Above: A view of the Guccivuitton installation. Photo Studio LH00Q, courtesy of ICA, Miami
Everything about the Guccivuitton exhibition at the Institute of Contemporary Art, Miami is disorienting, both physically and conceptually. That’s intentional, coming from the artist collaborative that runs an alternative space in Little Haiti, and whose name, Guccivuitton, is a take on the hyper-commercialism of art and the districts where art houses reside.
ICA, whose exhibitions are all partially funded by the Knight Foundation, sits smack dab in the middle of the rapidly developing luxury center of the Design District, in an iconic old building called the Moore Space. It is a temporary home for ICA, and not ideally suited to showing art; the four-story Atrium space is tight, mixed in with offices. The museum and the gallery knew that, however, and made a point to work within these unique confines. They also decided to create a “show,” playing on the idea of showcases and storefronts, where fashion, jewelry and, yes, art, are sold as luxury items.
The location and timing make a perfect fit. One needs only look at Christie’s New York auction earlier this month, when a Picasso broke the world record for the most expensive piece of art ever sold. Or walk around the ICA’s neighborhood, with its gleaming new Bulgari and Piaget outlets. And yet, the Guccivuitton museum exhibit contains artists whose market value is limited. The paradox is part of the conceptual underpinning.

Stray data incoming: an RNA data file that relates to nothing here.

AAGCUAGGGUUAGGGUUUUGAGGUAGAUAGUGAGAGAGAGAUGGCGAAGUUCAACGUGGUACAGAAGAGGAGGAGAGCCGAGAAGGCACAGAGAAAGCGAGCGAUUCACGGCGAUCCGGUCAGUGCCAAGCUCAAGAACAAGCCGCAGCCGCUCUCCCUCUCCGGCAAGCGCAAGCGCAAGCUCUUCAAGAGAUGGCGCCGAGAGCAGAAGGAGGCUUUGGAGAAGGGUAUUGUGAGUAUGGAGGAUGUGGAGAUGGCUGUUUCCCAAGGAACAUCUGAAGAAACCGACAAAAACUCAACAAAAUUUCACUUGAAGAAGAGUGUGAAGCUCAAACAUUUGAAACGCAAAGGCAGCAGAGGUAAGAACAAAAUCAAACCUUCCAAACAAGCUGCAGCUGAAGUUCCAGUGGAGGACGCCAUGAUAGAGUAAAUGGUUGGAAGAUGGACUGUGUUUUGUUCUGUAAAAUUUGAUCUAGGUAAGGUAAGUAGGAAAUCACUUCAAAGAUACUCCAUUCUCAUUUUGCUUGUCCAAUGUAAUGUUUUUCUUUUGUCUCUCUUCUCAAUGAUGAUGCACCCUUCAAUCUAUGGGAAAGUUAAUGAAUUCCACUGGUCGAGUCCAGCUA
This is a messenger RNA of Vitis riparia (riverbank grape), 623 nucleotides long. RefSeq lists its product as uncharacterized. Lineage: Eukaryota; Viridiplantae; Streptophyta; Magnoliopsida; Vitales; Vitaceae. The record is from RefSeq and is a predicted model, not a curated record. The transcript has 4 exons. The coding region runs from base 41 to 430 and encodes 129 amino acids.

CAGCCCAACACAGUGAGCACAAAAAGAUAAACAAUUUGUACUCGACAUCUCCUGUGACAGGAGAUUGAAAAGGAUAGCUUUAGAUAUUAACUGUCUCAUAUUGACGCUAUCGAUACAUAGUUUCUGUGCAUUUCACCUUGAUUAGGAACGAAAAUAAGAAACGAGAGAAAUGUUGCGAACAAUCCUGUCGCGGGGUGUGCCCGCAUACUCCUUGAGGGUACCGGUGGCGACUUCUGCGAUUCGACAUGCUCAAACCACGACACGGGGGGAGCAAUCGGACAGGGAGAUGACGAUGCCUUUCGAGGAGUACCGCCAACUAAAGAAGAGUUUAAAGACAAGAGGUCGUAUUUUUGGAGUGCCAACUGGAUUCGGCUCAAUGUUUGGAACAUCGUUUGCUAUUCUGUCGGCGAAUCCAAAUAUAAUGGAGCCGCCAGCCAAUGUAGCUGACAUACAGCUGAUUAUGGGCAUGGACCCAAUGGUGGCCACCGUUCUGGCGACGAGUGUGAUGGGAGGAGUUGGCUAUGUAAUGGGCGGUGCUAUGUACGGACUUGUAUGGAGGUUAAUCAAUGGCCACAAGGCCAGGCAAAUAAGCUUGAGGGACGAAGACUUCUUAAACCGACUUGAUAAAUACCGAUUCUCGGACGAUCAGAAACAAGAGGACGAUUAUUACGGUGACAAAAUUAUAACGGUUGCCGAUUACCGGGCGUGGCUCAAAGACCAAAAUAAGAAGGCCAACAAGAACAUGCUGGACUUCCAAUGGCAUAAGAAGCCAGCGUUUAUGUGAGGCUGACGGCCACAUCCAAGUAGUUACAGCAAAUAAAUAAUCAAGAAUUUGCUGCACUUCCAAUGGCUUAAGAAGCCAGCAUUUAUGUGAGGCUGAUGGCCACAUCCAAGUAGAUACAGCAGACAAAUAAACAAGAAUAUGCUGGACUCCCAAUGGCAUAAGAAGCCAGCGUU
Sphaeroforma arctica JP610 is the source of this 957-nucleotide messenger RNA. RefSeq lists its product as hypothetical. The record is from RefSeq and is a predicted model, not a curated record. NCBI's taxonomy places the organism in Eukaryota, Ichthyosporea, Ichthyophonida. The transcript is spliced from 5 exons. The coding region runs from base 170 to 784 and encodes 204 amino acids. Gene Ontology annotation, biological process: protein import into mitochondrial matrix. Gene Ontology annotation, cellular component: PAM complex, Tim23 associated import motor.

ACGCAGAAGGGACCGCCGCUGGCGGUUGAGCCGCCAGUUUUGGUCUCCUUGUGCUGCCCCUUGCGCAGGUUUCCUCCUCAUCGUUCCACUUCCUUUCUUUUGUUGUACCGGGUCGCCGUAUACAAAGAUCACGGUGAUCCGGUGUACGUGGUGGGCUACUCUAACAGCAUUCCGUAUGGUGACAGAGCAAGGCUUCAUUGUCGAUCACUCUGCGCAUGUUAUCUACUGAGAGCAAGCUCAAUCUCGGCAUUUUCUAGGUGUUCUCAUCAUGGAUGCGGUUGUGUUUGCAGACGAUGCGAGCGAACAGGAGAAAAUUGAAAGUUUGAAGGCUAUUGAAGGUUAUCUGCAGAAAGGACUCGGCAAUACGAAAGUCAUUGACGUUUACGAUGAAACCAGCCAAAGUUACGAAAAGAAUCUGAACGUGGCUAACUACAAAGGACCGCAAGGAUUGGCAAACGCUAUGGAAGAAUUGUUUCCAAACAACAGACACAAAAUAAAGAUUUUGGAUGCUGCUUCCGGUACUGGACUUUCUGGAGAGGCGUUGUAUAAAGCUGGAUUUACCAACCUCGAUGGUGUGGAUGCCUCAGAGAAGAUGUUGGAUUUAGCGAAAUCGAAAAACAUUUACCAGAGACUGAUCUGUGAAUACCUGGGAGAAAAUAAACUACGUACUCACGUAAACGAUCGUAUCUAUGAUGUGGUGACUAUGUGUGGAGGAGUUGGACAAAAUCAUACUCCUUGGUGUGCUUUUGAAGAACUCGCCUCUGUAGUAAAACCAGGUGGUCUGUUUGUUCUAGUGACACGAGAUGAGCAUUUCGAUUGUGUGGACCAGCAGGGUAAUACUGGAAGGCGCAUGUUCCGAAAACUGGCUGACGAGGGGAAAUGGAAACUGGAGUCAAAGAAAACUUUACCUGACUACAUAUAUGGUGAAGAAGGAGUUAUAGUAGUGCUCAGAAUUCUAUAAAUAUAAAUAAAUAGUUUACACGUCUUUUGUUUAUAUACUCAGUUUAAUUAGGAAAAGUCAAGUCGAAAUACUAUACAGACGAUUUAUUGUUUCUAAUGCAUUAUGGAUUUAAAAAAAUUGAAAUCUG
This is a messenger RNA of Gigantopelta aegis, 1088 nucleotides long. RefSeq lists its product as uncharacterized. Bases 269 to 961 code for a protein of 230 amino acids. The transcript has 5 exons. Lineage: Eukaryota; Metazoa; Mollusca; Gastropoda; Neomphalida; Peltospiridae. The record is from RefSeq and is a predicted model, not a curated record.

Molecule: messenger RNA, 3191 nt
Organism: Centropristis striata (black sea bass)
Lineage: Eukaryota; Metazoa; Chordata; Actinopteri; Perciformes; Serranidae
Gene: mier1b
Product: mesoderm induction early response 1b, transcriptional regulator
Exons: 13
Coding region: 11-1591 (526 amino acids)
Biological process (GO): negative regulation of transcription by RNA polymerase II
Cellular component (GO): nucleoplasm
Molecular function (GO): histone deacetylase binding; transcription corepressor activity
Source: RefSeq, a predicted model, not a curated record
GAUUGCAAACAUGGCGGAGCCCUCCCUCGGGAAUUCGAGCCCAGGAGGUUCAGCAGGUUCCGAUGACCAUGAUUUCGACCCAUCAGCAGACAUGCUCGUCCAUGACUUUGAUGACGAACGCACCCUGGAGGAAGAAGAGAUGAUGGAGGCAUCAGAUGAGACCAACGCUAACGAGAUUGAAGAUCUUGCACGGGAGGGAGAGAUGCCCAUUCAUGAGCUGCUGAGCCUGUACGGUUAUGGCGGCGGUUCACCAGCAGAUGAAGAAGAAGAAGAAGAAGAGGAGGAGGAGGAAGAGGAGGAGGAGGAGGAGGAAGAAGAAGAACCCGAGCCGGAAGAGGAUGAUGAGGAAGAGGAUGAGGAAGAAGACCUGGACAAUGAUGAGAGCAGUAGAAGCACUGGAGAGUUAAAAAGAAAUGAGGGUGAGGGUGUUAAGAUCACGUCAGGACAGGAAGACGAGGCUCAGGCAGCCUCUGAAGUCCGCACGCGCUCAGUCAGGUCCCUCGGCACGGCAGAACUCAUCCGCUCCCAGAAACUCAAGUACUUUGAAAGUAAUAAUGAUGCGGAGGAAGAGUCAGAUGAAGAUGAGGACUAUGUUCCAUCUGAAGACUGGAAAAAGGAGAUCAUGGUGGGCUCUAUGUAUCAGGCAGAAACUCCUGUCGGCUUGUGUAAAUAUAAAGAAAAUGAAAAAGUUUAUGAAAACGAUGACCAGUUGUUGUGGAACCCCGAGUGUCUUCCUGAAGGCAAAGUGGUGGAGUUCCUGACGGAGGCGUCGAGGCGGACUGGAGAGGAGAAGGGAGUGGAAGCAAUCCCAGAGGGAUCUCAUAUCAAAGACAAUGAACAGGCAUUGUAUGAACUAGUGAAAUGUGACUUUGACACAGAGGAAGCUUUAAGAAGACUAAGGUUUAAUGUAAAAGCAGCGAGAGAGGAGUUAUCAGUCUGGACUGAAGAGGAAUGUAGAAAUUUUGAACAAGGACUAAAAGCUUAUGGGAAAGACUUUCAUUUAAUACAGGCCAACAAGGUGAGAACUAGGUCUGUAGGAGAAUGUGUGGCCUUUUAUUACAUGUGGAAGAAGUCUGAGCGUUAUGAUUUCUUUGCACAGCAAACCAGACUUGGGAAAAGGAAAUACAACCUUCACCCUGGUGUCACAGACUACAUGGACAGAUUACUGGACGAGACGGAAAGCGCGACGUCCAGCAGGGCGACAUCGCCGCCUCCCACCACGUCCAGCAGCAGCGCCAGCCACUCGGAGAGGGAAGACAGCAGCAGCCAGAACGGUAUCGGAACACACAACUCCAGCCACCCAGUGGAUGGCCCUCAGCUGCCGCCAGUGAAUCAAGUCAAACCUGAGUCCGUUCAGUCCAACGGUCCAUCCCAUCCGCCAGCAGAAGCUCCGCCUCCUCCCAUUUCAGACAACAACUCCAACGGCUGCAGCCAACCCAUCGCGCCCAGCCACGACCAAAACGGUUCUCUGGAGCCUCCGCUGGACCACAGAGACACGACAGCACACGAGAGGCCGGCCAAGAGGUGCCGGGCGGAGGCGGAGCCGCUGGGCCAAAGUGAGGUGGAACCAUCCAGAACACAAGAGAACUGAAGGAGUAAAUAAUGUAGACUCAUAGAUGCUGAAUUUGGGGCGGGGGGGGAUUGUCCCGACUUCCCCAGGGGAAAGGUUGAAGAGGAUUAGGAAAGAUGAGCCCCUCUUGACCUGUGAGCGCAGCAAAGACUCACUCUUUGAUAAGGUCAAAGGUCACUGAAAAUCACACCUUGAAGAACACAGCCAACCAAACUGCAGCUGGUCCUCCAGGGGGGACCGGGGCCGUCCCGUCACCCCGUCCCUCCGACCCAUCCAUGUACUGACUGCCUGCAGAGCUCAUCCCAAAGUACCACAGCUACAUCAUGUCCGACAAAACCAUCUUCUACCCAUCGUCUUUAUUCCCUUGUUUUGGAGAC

When you enter the Atrium Gallery on the ground floor, you are greeted by a spray-painted rock that precariously tops a thin steel rod. “Stolen Boulder” by Hugo Montoya resembles a chunk of one of Miami’s now famous street murals, or maybe a piece of the Berlin Wall. But if you step close, and even nudge it, it sways–meaning it couldn’t be as solid as it looks. A “faux” rock? The other works here are a white screen mesh with a neon Gucciviutton sign, and two benches, designed by architect Jonathan Gonzalez. You can look up from these and see the next three stories, which look like white cages and grids hung with artworks.
The ground-floor Atrium Gallery. Photo by Studio LH00Q, courtesy of ICA, Miami.
Proceed up the floors and the feeling of navigating cages continues – a disorienting experience. From various viewpoints, you can see the backs of paintings, or a grouping that seems to be stacked to the ceiling on these racks. Your eyes are never directed to one space or line, like they would be in a white-cube gallery with four contained walls.
These racks, it turns out, are also site-specific works, made from aluminum mesh covered in a white powder-coat finish. “We knew we wanted to fill the space with hanging screens, similar to that in museum or collection storage,” says one of Guccivuitton’s directors, Aramis Gutierrez. “Then we asked our friend, Jonathan Gonzalez, principal of the design firm Office GA and now one of the co-directors of the gallery, to assist us designing the space and coming up with solutions to maximize the outcome.”
Still from promotional video by Wet Heat Project for ICA, Miami.
That outcome does make it feel a bit as though you are digging through storage, albeit a gorgeous storage space. Even though a brochure is provided with a mapping of the works, it isn’t easy to figure out who the artists are.
Those familiar with the Guccivuitton gallery exhibits will be able to pick out some of them by sight – all of the art comes from artists featured in one of their 13 previous shows.
For instance, there are a number of landscape paintings from Florida artist Scott Armetta (landscape is a motif at the gallery, a style of painting that became a little “old-school” in the world of contemporary art, but which the directors are determined to highlight). These are delightful works, subtle but not abstract, often depicting a scene just before sunrise, or after a fire – you can just vaguely make out the ocean front or the swamp emerging from between the heavy, Baroque frames that Armetta uses.